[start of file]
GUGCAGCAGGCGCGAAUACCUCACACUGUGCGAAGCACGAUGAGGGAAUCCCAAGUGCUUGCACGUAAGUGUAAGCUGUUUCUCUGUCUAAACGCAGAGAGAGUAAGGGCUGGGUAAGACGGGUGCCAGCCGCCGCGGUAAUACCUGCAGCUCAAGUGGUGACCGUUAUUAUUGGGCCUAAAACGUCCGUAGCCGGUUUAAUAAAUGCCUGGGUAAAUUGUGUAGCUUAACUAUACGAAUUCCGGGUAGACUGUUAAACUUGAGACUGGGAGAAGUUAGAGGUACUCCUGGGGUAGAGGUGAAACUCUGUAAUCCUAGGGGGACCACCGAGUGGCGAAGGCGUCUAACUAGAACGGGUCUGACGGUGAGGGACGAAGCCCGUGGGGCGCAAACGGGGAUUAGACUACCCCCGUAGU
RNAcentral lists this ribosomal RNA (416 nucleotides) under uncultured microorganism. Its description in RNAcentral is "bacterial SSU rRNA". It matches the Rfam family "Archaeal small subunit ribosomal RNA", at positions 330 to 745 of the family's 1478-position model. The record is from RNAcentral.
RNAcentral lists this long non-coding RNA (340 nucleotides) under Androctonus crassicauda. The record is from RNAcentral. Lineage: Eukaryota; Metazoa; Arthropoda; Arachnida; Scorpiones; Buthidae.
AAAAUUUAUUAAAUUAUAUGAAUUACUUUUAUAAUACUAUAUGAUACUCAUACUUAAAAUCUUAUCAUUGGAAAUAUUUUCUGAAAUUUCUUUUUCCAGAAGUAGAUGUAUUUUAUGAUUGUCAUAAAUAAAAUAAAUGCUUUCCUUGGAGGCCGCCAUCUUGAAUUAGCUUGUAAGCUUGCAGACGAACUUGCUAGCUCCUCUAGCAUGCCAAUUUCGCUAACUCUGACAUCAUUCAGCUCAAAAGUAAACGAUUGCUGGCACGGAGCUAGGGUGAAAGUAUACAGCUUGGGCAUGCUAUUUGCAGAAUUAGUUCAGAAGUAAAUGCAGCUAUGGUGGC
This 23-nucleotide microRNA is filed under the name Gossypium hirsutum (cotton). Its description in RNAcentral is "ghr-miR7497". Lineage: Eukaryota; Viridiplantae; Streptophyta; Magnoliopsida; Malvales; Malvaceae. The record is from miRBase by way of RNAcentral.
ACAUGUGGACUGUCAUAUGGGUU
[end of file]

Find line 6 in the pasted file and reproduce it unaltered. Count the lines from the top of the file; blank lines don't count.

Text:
ACAUGUGGACUGUCAUAUGGGUU